It's an almost impossible task, asking any filmmaker to tell the story of Freddie Mercury. He was such a larger than life personality. His flamboyance and raw, fiery talent could trample over even the best filmmakers. So, it comes as no surprise that the latest effort to tackle the late, great Mercury BOHEMIAN RHAPSODY is a mixed bag, anchored by one hell of a performance by Rami Malek, channeling the 4-octive king with a surgeon’s precision. He doesn't just play Freddie. You'll believe he IS Freddie. He also added his own vocals into recordings of Mercury's, only adding onto an already red-hot take. This is the kind of performance that doesn't mimic; it envelops you and grabs your hand on the journey.


Part of the identity issue is that there's a lot of cooks in the kitchen. This particular-cinematic vision has been in the works for a few years. Famously, Sacha Baron Cohen signed on to play Mercury, set to start shooting in 2011. That deal fell apart when Cohen's vision of the tale (a more "raw, truthful, R-rated" journey into Mercury's personal life) clashed with the surviving members of Queen's version (they had creative control, or at least did back then and they wanted a more PG mainstream version). According to Cohen, they wanted a Mercury AND Queen movie, even telling about this exchange between himself and Queen on The Howard Stern show:


“A member of the band - I won’t say who – said: ‘You know, this is such a great movie because it’s got such an amazing thing that happens in the middle.’ 'What happens in the middle of the movie?’ He goes: ‘You know, Freddie dies.’ I go: ‘What happens in the second half of the movie?’ He goes: ‘We see how the band carries on from strength to strength.’ “I said: ‘Listen, not one person is going to see a movie where the lead character dies from AIDS and then you see how the band carries on.’”


Oof. Yeah, let's just be thankful THAT movie was never made. Either way, the project continued, going from director to director until Bryan Singer (The Usual Suspects) jumped on board. Rami was cast, and the rest is now on screen. Well, partially. Turns out Singer has a few...let's say issues, and didn't quite get along with everyone on set, notably Rami. He was, according to sources working on the film, emotional and reckless. He was late to set. A cast member briefly quit, due to his behavior and when Singer threw a piece of electrical equipment at a wall during a dispute, Malek had had enough. He made a formal complaint, but everyone hoped to trudge through to the end, since two-thirds were done. Singer ended up asking to shut down the set, so he could leave town. It was denied but he left anyway, forcing the studio to fire him, replacing him with Dexter Fletcher to finish the film. And watching it, you can slightly feel the disjointed storytelling, though I don't fault Mr. Fletcher or any of the very talented cast. But it's there.


It's also strange that the film plays very fast and loose with Freddie's life, glossing over major moments in his life, putting his battle with AIDS almost completely out of the picture, as well as his Bi-Sexuality. The film even prefers to label him "gay" and although he chose never to label himself, he had long relationships with both men and women until his death, while his final partner was a man. The film seems to be a "mass audience approved" version of his life, never getting too dark or too emotional. Former Queen manager Jim Beach is listed as a producer, and fellow Queen band members Brian May and Roger Taylor were creative consultants. In other words, they wanted to tell the "happy family" story, which, after watching this film, is very entertaining. But it's not quite his story. It's also fast and loose with facts, and though many stories are, one that has Beach and May and Taylor involved shouldn't be. Such as the fact that in the film, the Band breaks up, so Freddie can do a solo career (which, by all accounts didn't happen) and then he returns to them after having contacted the HIV virus. This helps inspire him to make up with the band, as he doesn't have much time left, and they decide to do Live Aid. Trouble is, this was 1985 and Mercury wasn't diagnosed until 1987. So, to use that as a storytelling device feels kind of wrong. It also feels a bit one sided with his relationship with the Queer community. In the movie, he doesn't have any, at least any healthy ones, except for his final love Jim Hutton. To not include his Queer live fully is to not tell his story fully, which this sadly does not.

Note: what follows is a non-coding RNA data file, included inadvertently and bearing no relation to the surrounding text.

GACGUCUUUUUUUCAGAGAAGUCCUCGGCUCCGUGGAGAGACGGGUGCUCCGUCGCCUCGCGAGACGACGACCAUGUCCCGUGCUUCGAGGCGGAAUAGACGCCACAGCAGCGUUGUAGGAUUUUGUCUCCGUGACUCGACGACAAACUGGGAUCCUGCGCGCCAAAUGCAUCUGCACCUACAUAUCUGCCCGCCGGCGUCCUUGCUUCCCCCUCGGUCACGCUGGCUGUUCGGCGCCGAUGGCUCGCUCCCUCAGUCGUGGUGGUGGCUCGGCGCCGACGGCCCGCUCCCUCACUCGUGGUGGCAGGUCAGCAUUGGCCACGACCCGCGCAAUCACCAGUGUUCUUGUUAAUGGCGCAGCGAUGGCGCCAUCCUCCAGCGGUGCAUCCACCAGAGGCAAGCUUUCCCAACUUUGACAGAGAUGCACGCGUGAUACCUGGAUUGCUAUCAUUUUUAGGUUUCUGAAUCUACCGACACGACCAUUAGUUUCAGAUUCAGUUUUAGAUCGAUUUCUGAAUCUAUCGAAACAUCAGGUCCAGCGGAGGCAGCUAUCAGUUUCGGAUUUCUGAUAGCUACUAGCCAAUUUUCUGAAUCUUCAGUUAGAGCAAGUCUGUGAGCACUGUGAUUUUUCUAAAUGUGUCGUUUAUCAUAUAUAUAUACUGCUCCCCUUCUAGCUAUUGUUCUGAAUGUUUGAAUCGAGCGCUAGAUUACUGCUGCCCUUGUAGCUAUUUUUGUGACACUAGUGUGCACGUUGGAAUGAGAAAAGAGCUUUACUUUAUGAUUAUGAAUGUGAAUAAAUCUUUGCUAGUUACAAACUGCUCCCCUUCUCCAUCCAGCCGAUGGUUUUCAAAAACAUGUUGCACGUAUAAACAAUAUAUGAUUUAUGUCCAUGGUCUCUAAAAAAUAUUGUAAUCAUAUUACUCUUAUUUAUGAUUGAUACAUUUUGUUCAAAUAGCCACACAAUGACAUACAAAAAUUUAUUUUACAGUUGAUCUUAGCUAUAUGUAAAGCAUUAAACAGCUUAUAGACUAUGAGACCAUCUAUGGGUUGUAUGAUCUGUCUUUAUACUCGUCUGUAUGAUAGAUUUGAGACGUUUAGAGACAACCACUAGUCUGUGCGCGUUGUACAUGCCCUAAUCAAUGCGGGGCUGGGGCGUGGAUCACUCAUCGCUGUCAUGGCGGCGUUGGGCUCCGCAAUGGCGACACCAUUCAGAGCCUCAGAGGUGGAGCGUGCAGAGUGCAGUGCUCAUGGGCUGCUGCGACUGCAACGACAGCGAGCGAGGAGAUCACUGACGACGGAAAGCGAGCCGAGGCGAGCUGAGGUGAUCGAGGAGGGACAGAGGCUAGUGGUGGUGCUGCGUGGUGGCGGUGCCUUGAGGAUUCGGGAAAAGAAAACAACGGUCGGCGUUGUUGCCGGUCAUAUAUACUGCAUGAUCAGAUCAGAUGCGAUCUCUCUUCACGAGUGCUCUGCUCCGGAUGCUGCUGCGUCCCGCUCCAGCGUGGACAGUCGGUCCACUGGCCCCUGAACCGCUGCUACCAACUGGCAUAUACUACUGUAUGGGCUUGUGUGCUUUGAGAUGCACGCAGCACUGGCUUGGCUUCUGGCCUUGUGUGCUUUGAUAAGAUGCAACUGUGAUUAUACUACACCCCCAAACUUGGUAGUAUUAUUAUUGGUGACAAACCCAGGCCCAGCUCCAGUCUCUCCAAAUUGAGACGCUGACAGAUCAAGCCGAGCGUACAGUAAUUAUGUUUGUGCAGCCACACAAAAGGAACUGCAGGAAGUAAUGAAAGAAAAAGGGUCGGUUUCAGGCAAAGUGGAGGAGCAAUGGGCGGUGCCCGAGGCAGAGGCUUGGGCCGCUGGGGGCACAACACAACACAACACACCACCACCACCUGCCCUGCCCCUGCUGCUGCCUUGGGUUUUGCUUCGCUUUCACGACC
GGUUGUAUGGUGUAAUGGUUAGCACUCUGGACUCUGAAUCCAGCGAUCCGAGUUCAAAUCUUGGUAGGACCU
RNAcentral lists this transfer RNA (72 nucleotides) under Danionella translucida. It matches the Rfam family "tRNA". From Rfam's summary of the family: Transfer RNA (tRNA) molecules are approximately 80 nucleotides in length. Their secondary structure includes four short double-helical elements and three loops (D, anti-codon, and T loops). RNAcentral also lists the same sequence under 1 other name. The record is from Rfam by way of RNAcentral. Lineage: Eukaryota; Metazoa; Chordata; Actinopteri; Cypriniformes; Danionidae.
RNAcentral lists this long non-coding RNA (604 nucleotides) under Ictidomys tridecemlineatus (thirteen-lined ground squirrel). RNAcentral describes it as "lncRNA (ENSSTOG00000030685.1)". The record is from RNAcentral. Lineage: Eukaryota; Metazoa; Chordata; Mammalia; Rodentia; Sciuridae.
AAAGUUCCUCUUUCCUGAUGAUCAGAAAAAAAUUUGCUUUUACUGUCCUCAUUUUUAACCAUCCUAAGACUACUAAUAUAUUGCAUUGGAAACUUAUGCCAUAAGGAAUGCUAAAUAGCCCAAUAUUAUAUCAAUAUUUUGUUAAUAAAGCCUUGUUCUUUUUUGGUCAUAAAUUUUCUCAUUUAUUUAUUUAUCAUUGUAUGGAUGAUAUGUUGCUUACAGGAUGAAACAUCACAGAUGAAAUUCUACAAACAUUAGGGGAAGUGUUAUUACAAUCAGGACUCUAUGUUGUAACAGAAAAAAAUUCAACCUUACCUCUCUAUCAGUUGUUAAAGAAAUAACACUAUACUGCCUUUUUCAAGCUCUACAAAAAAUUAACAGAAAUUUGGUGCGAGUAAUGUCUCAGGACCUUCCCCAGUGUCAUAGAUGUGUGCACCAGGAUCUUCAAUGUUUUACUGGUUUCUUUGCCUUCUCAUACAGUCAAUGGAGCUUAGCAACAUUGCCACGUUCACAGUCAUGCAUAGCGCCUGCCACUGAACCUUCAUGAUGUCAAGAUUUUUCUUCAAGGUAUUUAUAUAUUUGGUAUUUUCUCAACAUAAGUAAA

All THAT being said, Rami Malek's performance is extraordinary, and one that is likely to nab him an Oscar nomination (the rest of the supporting cast all turn in strong turns as well). He has all the fire and gusty that Mercury had, and the final, almost shot for shot of the Live Aid concert is exhilarating and truly wonderful filmmaking. The movie is entertaining, and on first viewing I really liked it a lot. It wasn't until after I began thinking of it were there issues that arose. If only there wasn't more of his personal journey, the story of what made him feel like an outsider, what made him feel both Queer and Straight, it would elevate Bohemian Rhapsody above a very well-made movie of the week. Instead, it would become a classic that Freddie would approve of. I think Cohen's version was probably too much. I think this version is too thin and I long for what could have been created in the middle. Perhaps one day we'll see that vision and the ghost of Mercury will sing louder than ever before.


WRITTEN BY Anthony McCarten and Peter Morgan DIRECTED BY Bryan Singer UNCREDITED DIRECTION BY Dexter Fletcher STARRING Rami Malek, Lucy Boynton, Gwilyn Lee, Ben Hardy, Joe Mazzello, Aidan Gillen, Tom Hollander, Allen Leech, Mike Myers, Aaron McCusker. Now playing in cinemas everywhere.



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